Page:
Metro-North traces service disruption back to human error

This is an archived article and the information in the article may be outdated. Please look at the time stamp on the story to see when it was last updated.

NEW YORK (PIX11) — The MTA says the cause of the two-hour Metro-North service disruption has been traced back to human error during an electrical repair project.

“Last night’s failure was unacceptable, pure and simple,” said MTA Chairman and CEO Thomas F. Prendergast about Thursday’s delays that carried over into Friday’s morning commute.

“The project should have been analyzed for risks and redundancy before it began, and it should not have been performed when thousands of customers were trying to get home in cold weather,” said Prendergast.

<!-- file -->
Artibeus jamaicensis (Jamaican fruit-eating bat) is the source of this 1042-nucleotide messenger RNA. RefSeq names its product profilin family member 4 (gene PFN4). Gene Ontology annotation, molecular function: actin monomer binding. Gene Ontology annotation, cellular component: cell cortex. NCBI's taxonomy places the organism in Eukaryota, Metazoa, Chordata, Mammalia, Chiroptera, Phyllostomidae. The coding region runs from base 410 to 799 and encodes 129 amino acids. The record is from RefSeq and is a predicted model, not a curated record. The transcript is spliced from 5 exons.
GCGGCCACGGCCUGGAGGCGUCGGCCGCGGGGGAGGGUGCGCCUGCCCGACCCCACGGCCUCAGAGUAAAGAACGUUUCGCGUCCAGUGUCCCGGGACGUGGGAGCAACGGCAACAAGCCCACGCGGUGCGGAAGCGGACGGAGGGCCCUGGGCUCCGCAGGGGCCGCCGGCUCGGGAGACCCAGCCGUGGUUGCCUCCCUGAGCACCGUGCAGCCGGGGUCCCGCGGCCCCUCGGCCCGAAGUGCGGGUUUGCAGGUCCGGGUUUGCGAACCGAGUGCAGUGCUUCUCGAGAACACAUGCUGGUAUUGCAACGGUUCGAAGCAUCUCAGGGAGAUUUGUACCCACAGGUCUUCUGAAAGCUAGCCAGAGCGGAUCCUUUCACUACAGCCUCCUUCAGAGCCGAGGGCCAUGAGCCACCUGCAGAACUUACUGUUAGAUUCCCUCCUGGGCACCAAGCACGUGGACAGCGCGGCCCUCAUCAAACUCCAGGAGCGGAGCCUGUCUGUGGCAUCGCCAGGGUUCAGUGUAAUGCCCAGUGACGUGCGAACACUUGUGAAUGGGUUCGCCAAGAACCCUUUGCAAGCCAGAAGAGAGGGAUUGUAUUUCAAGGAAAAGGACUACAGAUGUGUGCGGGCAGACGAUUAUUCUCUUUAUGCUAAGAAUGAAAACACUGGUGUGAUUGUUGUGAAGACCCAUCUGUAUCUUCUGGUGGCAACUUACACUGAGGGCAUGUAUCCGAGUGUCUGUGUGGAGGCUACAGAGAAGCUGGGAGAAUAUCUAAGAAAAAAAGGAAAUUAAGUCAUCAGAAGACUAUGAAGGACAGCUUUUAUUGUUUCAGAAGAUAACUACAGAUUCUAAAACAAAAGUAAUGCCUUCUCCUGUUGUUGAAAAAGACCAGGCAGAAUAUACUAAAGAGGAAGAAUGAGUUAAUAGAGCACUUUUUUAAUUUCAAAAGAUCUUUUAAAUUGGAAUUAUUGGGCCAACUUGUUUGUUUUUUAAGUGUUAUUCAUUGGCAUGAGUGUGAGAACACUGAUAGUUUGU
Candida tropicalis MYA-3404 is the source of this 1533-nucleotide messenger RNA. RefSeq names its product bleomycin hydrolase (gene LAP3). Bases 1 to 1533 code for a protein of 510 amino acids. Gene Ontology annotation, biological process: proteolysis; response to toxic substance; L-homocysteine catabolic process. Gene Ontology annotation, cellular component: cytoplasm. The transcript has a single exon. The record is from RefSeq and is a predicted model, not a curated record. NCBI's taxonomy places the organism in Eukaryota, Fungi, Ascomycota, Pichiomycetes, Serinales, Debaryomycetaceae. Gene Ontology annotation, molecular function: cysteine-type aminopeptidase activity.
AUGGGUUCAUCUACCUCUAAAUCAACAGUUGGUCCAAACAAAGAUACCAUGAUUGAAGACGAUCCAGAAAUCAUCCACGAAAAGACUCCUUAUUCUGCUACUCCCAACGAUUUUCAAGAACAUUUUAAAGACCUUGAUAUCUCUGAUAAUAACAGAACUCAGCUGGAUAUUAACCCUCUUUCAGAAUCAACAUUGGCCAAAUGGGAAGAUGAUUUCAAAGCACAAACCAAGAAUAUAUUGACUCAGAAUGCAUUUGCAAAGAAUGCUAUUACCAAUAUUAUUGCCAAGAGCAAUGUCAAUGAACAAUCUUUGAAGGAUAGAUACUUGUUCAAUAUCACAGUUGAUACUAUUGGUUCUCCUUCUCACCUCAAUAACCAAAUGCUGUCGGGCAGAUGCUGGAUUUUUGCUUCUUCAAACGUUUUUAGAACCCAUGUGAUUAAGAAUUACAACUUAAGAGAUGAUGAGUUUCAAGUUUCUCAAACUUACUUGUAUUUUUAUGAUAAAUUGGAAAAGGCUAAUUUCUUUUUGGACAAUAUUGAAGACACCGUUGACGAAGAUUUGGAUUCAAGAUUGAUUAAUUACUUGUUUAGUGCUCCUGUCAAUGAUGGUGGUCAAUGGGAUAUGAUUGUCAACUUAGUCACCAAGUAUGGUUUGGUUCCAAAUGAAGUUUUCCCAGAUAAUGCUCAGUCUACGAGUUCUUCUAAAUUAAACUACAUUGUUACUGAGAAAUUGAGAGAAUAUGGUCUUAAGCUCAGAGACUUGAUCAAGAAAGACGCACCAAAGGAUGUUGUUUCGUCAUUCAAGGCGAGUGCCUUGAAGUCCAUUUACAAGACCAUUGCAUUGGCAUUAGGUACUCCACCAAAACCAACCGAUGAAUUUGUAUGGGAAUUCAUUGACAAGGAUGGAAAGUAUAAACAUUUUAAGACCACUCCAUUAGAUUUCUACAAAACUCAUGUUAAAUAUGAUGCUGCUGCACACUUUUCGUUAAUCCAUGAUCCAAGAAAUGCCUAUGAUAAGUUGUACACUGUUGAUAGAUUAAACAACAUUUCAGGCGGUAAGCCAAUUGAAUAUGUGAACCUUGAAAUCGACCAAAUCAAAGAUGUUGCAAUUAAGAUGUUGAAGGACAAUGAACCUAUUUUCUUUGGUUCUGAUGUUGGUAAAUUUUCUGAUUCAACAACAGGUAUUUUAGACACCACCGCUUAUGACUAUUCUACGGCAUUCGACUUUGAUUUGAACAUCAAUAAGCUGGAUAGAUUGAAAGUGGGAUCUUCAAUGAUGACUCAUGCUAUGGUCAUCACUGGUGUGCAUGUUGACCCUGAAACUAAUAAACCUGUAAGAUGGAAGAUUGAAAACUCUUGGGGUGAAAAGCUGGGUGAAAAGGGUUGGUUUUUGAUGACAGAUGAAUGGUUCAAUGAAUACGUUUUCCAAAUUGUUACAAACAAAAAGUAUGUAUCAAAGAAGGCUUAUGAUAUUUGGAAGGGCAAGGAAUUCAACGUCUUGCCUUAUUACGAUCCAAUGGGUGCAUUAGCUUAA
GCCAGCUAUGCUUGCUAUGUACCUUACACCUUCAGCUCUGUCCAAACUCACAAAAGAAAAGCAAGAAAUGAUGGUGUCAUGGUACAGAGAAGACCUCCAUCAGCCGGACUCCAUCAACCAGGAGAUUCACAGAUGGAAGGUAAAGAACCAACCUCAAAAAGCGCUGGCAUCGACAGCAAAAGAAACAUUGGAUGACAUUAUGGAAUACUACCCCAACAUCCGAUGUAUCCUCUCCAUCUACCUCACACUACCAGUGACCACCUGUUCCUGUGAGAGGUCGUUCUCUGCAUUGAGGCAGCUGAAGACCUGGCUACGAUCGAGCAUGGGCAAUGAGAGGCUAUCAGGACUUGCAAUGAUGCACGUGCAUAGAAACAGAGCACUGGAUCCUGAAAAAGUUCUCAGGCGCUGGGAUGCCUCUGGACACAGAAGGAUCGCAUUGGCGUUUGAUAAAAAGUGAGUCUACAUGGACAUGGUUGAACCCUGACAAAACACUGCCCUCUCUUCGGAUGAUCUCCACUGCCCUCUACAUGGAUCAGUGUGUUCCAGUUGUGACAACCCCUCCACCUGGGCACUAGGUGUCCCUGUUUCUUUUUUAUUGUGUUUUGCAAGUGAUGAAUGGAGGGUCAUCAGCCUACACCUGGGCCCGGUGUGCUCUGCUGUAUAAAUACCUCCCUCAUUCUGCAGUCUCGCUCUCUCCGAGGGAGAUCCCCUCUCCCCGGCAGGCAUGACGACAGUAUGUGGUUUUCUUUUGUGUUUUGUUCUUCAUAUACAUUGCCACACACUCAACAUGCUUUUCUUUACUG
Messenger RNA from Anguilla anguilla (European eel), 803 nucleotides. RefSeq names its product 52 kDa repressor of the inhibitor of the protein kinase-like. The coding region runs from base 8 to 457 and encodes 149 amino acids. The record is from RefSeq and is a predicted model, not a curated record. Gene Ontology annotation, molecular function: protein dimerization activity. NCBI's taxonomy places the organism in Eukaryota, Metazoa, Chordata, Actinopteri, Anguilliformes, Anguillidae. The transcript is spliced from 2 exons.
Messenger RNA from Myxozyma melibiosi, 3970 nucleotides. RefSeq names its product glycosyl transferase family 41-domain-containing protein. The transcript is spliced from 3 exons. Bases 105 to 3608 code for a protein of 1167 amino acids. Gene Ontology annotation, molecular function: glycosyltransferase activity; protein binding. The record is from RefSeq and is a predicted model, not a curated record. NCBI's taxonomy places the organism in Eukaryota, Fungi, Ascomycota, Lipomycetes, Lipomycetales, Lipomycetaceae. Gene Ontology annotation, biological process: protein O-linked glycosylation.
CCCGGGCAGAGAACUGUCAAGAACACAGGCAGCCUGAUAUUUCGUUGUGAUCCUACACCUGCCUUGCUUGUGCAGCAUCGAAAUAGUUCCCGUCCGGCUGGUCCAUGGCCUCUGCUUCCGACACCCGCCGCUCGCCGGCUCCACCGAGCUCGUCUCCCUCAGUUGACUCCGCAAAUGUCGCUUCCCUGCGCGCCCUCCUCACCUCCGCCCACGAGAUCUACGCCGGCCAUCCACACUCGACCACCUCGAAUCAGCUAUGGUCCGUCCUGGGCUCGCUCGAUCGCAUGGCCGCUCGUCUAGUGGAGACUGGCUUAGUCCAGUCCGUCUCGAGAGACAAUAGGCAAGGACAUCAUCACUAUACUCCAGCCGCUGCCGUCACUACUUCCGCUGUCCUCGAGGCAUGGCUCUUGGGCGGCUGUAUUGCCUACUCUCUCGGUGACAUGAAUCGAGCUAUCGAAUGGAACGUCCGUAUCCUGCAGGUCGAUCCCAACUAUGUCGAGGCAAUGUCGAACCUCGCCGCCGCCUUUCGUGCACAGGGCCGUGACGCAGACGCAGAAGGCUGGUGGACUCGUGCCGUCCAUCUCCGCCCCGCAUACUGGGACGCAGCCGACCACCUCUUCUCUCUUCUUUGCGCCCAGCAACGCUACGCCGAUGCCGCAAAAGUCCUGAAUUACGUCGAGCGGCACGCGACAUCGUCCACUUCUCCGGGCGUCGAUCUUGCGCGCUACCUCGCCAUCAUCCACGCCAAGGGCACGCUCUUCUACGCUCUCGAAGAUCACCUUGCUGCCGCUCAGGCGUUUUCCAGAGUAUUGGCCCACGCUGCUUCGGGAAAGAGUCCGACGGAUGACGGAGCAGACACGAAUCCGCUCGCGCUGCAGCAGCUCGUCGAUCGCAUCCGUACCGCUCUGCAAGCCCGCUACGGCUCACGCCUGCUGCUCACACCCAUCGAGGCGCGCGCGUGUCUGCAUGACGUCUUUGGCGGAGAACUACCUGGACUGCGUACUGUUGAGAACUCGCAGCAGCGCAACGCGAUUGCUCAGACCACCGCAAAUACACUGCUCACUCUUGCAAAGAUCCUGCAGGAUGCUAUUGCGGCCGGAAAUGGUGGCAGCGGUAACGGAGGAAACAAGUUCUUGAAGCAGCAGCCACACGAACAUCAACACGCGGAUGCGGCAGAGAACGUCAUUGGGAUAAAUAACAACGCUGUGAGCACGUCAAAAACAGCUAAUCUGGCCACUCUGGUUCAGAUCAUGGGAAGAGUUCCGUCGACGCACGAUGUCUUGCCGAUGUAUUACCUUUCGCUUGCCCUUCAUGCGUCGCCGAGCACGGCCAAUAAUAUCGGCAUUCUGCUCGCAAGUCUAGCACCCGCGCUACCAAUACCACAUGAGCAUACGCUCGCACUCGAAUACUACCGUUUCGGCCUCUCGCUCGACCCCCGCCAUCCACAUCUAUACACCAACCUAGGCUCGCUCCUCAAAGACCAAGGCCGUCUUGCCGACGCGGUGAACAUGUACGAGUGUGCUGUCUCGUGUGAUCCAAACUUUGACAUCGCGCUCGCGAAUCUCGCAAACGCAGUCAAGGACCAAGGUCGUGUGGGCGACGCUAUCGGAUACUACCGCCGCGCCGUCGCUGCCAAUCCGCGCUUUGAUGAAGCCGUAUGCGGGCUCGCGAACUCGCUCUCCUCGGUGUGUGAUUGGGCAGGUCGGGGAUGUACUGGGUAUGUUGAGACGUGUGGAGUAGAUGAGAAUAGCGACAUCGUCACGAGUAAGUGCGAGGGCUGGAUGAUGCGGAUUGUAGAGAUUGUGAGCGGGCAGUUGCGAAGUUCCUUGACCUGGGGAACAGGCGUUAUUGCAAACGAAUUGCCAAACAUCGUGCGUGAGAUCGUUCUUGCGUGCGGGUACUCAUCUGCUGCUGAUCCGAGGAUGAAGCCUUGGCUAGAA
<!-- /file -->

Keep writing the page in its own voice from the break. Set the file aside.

The system lost power around 7:45 p.m. and had no back up server.

Prendergast says he advised Metro-North to bring in third-party consultants to figure out why errors were made and how to correct them in the future.

“Metro-North customers deserve better, and I extend my sincere apology to all of them,” said Prendergast.

The service disruption halted more than 50 trains and caused them to go dark.

The MTA says no customers were ever in danger. Customers were able to get off trains when they reached the closest station.

Trains were running by 9:30 p.m. and fully functional buy 10:30 p.m.

Metro-North serves about 280,000 riders a day in New York and Connecticut.